January 26, 2016
— Almost 40 years before SpaceX and Blue Origin made history by landing rockets on the ground, a NASA probe fired three engines to descend through the atmosphere and touch down on the surface.
That landing however was not on the Earth. Rather, Viking 1 achieved the first successful landing on Mars on July 20, 1976, descending vertically and touching down on its legs, just as the commercial spaceflight companies did with their rockets four decades later.
Before Viking launched to the Red Planet, its engines were strapped into first class seats aboard a Continental Airlines jetliner and flown from Seattle to Denver, where they were installed on the spacecraft. The three engines, which were built in Redmond, forwent the airplane's cargo hold in favor of the passenger cabin due to security concerns.
"Why first class?" posed the Associated Press in an article published in 1974. "Because the 50-pound rocket engines packed in containers were too wide for coach-class seats."
First class trip for the Viking rocket engines from SeaTac airport to Martin Marietta in Colorado for assembly in 1974. (VMMEPP)
That tidbit – preserved in the form of a newspaper clipping – is among the hundreds of digital resources that are now available to the public through the Viking Mission Museum, an online archive from the non-profit Viking Mars Missions Education & Preservation Project (VMMEPP). Established in 2013, the project collects and curates artifacts and team recollections from NASA's first journey to Mars' surface.
"Viking technology and methodology permeate aerospace missions, from the throttleable terminal descent engines of Blue Origin and SpaceX to camera systems on [the Mars rovers] Spirit and Opportunity," VMMEPP leaders stated in the introduction to the museum. "But, equally important are the peer influences that have continued to extend Viking's reach into the asteroid recovery [mission] OSIRIS REx, the Hubble Space Telescope and the educational and cultural fabric that guides future generations through teaching and the arts."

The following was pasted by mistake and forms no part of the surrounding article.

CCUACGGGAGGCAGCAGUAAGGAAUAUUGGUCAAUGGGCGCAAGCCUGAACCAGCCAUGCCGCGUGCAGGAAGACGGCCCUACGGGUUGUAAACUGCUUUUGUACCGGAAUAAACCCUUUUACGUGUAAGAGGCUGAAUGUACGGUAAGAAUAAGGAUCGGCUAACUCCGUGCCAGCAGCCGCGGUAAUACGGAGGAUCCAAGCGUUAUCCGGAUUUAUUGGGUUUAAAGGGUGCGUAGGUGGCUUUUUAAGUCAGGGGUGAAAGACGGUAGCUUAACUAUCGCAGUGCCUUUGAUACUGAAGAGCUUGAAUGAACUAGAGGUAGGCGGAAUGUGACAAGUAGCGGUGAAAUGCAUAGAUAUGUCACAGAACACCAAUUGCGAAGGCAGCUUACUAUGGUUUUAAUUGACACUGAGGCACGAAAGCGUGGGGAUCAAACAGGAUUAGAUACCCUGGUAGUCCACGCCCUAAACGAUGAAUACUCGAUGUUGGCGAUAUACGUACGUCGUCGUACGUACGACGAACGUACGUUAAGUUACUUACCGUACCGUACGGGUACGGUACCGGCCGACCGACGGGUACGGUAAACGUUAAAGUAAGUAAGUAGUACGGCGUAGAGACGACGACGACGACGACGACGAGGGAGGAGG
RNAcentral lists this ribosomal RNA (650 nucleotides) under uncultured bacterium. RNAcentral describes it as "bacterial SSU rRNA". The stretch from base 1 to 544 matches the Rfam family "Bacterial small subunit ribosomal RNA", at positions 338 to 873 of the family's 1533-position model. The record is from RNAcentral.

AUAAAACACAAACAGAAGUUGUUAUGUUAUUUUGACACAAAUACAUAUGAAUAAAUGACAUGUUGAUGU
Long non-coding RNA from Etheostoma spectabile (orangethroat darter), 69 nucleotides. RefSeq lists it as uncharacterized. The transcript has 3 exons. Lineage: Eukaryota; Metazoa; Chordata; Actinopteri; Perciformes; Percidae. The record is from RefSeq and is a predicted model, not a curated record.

"Viking's influence can be seen everywhere," the project's leaders stated.
Viking Overview booklet, created by contractor Martin Marietta and presented in the Viking Mission Museum. (VMMEPP)
And now, the sources of that influence can be seen online thanks to a partnership between VMMEPP and the Google Cultural Institute, a five-year-old initiative that presents and preserves photographs, videos and documents. The Viking Mission Museum, which was launched last Thursday (Jan. 21), displays an initial exhibition of more than 300 artifacts from the Viking orbiter and lander mission.
"For our organization, [the museum's] launch is significant, as it supports both of our key objectives with one singular event – to preserve the history of Viking and to inspire and educate future generations," Rachel Tillman, the executive director and founder of the preservation project, said. "Our resources are being utilized by students from elementary through graduate school, space professionals and writers who will continue the cultural influence that Viking began."
"Further," added Tillman, "it is personally important to us to honor the men and women of Viking, many of whom were never recognized for their roles. Viking brought conflicting interests and individuals together into a cohesive team and 'family' that changed the face and direction of exploration."
Among the objects on display in the virtual museum are a complete library of the Viking Mission Bulletins that guided the public and press through the preparation, launch and discoveries made by the mission; a previously unpublished detailed specification for Viking's meteorology instrument; a White House document required for the mission's use of plutonium; and a Lunar Orbiter document that helped the Langley Research Center in Virginia be chosen to host the Viking Project Office for NASA.
Viking Mars Missions Education & Preservation Project team logo
In the coming months, VMMEPP intends to add materials covering the spacecraft's engineering details, the personal experiences of Viking team members and all of the images from the mission, including many that were not previously shared with the public.
"The online Viking Mission Museum will grow as we curate and develop the interview content into produced material," VMMEPP leaders stated. "Please enjoy this first high level overview and nuggets provided by the Vikings themselves, and produced by our organization."